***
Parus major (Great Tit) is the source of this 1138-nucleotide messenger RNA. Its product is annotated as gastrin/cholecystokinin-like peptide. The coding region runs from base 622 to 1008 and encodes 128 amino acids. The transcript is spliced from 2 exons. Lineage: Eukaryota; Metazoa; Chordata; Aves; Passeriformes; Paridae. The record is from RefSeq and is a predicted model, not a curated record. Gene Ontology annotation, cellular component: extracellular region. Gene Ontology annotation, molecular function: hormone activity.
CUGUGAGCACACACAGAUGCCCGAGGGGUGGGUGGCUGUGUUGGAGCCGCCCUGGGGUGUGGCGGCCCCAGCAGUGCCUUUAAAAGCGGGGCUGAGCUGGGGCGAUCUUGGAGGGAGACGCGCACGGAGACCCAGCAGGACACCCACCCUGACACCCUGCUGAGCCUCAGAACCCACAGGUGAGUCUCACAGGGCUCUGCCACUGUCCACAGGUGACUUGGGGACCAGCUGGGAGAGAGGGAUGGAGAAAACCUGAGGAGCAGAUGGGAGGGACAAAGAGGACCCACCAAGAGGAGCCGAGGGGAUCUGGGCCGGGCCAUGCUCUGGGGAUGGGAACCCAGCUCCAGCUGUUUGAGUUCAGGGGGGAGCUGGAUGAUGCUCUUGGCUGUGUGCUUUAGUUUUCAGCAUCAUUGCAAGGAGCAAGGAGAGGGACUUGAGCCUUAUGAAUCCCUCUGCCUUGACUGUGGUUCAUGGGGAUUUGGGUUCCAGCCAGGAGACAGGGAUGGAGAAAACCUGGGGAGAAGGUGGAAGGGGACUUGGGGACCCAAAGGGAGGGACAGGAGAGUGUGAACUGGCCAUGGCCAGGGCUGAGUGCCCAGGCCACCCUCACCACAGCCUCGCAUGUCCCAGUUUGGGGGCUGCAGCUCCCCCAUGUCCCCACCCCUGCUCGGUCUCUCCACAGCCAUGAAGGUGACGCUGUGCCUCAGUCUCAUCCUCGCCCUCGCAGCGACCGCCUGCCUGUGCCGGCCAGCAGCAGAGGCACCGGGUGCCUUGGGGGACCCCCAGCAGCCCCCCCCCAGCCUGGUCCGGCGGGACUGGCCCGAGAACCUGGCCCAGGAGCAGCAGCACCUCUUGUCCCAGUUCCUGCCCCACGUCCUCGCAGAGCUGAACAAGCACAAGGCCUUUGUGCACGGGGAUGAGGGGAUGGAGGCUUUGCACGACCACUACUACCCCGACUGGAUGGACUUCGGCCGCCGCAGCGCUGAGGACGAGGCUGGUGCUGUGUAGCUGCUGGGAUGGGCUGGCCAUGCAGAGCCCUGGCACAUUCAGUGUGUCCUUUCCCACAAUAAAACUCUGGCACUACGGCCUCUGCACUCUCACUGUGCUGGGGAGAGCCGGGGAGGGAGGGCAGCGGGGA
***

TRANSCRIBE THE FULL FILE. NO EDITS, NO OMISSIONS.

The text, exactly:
Parus major (Great Tit) is the source of this 1138-nucleotide messenger RNA. Its product is annotated as gastrin/cholecystokinin-like peptide. The coding region runs from base 622 to 1008 and encodes 128 amino acids. The transcript is spliced from 2 exons. Lineage: Eukaryota; Metazoa; Chordata; Aves; Passeriformes; Paridae. The record is from RefSeq and is a predicted model, not a curated record. Gene Ontology annotation, cellular component: extracellular region. Gene Ontology annotation, molecular function: hormone activity.
CUGUGAGCACACACAGAUGCCCGAGGGGUGGGUGGCUGUGUUGGAGCCGCCCUGGGGUGUGGCGGCCCCAGCAGUGCCUUUAAAAGCGGGGCUGAGCUGGGGCGAUCUUGGAGGGAGACGCGCACGGAGACCCAGCAGGACACCCACCCUGACACCCUGCUGAGCCUCAGAACCCACAGGUGAGUCUCACAGGGCUCUGCCACUGUCCACAGGUGACUUGGGGACCAGCUGGGAGAGAGGGAUGGAGAAAACCUGAGGAGCAGAUGGGAGGGACAAAGAGGACCCACCAAGAGGAGCCGAGGGGAUCUGGGCCGGGCCAUGCUCUGGGGAUGGGAACCCAGCUCCAGCUGUUUGAGUUCAGGGGGGAGCUGGAUGAUGCUCUUGGCUGUGUGCUUUAGUUUUCAGCAUCAUUGCAAGGAGCAAGGAGAGGGACUUGAGCCUUAUGAAUCCCUCUGCCUUGACUGUGGUUCAUGGGGAUUUGGGUUCCAGCCAGGAGACAGGGAUGGAGAAAACCUGGGGAGAAGGUGGAAGGGGACUUGGGGACCCAAAGGGAGGGACAGGAGAGUGUGAACUGGCCAUGGCCAGGGCUGAGUGCCCAGGCCACCCUCACCACAGCCUCGCAUGUCCCAGUUUGGGGGCUGCAGCUCCCCCAUGUCCCCACCCCUGCUCGGUCUCUCCACAGCCAUGAAGGUGACGCUGUGCCUCAGUCUCAUCCUCGCCCUCGCAGCGACCGCCUGCCUGUGCCGGCCAGCAGCAGAGGCACCGGGUGCCUUGGGGGACCCCCAGCAGCCCCCCCCCAGCCUGGUCCGGCGGGACUGGCCCGAGAACCUGGCCCAGGAGCAGCAGCACCUCUUGUCCCAGUUCCUGCCCCACGUCCUCGCAGAGCUGAACAAGCACAAGGCCUUUGUGCACGGGGAUGAGGGGAUGGAGGCUUUGCACGACCACUACUACCCCGACUGGAUGGACUUCGGCCGCCGCAGCGCUGAGGACGAGGCUGGUGCUGUGUAGCUGCUGGGAUGGGCUGGCCAUGCAGAGCCCUGGCACAUUCAGUGUGUCCUUUCCCACAAUAAAACUCUGGCACUACGGCCUCUGCACUCUCACUGUGCUGGGGAGAGCCGGGGAGGGAGGGCAGCGGGGA